By MAGGIE MENDERSKI
Herald-Whig Staff Writer
While schools often teach sharing, kindergarten teacher Michelle Herman is wary of sharing germs.
In Herman's classroom at Monroe Elementary School each student has a small rectangular box containing personal crayons, markers and scissors. As the flu season has spiked, Herman cleans frequently touched places, ensures hands are washed and vacuums often.
The Centers for Disease Control and Prevention have declared influenza widespread throughout Illinois.
Dr. Dennis Go, a pediatrician with Quincy Medical Group, advises sanitizing shared spaces as well as battling illness from home when possible.
"If you go (to school or work) when you're sick, you just spread it around," Go said.
Herman's class has embraced its teacher's enthusiasm for a germ-free classroom. Kindergartner Carolyn Gaus wiped a rainbow-spotted towelette across her desk. The white wipe had noticeably collected the red, yellow and purple marker splotches staining her workstation. But as Gaus cleaned off the smudges, she also wiped out the germs. Next to her, a classmate sanitized his scissors before tucking them back into his personal workbox.
"All right, my little friends, let's finish up," Herman said as the students began throwing out their disinfectant wipes. "That just feels better, doesn't it?"
Budget cuts have limited the amount of custodial work in Quincy elementary schools. When they're on site, custodians are still conscious about keeping doorknobs clean and carpets vacuumed, but Monroe Elementary School Principal Julie Stratman said the district no longer employs a full-time evening custodian for the school. Since the switch, many teachers have incorporated extra sanitization into their classrooms.
Herman said her students enjoy cleansing their workspaces, and many would clean for an hour if she'd let them.
"They're great cleaners," Herman said. "We love to scrub."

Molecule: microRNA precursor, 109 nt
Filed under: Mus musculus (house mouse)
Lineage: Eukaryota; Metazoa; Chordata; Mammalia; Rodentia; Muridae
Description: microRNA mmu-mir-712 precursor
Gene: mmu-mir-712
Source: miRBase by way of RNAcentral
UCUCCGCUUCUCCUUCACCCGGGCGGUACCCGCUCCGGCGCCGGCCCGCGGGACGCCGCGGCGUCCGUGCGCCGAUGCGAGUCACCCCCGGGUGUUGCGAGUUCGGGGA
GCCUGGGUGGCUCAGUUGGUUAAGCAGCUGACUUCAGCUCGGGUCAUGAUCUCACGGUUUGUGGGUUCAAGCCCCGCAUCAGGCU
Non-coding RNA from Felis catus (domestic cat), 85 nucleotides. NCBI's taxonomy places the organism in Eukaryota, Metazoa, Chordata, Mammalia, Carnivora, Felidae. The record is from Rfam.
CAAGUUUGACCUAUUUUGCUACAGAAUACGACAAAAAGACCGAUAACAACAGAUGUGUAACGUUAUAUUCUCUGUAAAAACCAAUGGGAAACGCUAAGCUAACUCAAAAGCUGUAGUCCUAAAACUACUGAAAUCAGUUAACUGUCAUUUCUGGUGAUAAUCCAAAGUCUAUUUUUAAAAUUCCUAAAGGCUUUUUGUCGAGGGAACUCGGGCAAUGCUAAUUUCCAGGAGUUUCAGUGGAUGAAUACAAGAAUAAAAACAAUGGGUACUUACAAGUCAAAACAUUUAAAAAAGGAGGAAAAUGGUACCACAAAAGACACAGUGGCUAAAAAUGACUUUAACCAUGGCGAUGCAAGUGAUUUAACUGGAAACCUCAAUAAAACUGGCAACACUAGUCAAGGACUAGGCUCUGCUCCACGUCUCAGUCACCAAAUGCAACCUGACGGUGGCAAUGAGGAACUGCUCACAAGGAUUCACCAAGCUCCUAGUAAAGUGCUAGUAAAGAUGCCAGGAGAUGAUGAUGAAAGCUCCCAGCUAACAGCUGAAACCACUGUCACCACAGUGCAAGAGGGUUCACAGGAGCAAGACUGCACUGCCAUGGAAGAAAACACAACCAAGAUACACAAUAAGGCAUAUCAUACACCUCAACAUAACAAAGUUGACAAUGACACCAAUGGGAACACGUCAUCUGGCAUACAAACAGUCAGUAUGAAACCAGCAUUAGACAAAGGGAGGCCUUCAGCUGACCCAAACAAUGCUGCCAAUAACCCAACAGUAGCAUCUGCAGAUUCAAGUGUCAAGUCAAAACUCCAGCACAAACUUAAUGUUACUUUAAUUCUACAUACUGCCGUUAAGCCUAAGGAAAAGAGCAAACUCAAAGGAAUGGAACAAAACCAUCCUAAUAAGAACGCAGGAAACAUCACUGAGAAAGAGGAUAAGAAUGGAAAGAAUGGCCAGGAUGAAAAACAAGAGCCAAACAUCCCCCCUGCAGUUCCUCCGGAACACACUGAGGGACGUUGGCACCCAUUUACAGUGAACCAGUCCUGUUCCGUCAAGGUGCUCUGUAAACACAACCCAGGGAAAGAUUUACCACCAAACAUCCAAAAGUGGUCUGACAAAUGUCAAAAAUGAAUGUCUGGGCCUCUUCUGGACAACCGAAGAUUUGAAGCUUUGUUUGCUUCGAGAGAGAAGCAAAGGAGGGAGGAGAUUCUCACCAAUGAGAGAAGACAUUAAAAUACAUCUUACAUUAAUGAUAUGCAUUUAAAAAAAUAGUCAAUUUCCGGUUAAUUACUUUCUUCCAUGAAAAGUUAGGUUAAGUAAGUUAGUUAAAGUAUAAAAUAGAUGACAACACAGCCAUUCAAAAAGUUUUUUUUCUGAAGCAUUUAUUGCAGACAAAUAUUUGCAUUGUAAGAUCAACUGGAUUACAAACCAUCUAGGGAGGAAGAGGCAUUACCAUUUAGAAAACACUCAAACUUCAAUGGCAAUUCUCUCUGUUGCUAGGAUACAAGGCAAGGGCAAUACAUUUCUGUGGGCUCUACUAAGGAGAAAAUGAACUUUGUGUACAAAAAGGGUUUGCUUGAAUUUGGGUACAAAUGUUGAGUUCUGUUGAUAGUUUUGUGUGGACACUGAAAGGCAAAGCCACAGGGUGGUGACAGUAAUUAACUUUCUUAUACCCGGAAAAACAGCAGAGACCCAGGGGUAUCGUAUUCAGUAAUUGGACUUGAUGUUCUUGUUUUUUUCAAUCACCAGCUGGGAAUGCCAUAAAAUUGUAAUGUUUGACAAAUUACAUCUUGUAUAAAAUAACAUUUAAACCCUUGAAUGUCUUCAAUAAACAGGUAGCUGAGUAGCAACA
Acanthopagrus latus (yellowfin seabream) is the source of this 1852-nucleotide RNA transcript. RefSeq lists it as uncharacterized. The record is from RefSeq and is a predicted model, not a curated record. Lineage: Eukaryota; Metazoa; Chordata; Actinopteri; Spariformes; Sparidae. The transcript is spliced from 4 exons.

Carleen Orton, a registered nurse and the infection control coordinator for Blessing Hospital, said the flu has been most common in young adults and children that have not received flu vaccinations this season.
Herman said that, this year, her classroom attendance has thinned only slightly. Six of her 26 students were absent on a recent day of school.
Go said parents often struggle to know when to send their children back to school. Some children struggle with illness all season and would fall behind if parents kept them home for each cough.
"There is no good answer," Go said.
Coughing children who have fevers risk worsening their conditions and passing illness onto other classmates. The pediatrician explained he often treats children from the same classroom.
"Kids like to share things," God said. "They like to touch each other, and they like to hug and things like that, so it's a never-ending battle."
Keeping sick students home can pose economic problems for parents. Some families can't afford to take days off work to care for ill children.
The Center for American Progress reported that about 10 percent of workers have access to paid family leave that includes time off to care for ill children. Those who earn wages in the lowest 25 percent of an industry are less likely to have paid caregiver leave than those in the highest 25 percent.
Children in those families often end up back in the classroom before they're well enough to return.
Adults with infectious diseases should avoid the workplace when possible. Contagious workers risk passing illness onto co-workers, clients and customers.
Still, for many, the issue is not a health choice but an economic one. Many can't afford to stay home themselves. The Center for American Progress reported roughly 56 percent of workers have the flexibility to alter their schedule or work from home when necessary. The other 44 percent ends up serving customers, shaking hands and spreading germs throughout the community.
Mary Bennett, an infection preventionist for Hannibal Regional Hospital, said adults in the workplace could benefit from cleanliness practices.
Frequent handwashing can prevent spreading and receiving disease. Keeping hands away from the face also can keep germs from entering the body.
"Our hands are probably the biggest transmitters of infections," Bennett said. "We all put our hands on our face quite often; we tend to sort of inoculate ourselves with that."
Most schools have done an excellent job encouraging cleanliness, Go said.
Students know to cough into their sleeves and dispose of tissues. Teachers, such as Herman, know the most touched places in their classrooms and treat them accordingly.
Bennett said sanitizing these danger zones in schools and workplaces can significantly reduce spreading infections.
"You need to act as though every sick person has something awful that will kill you instantly," Go said.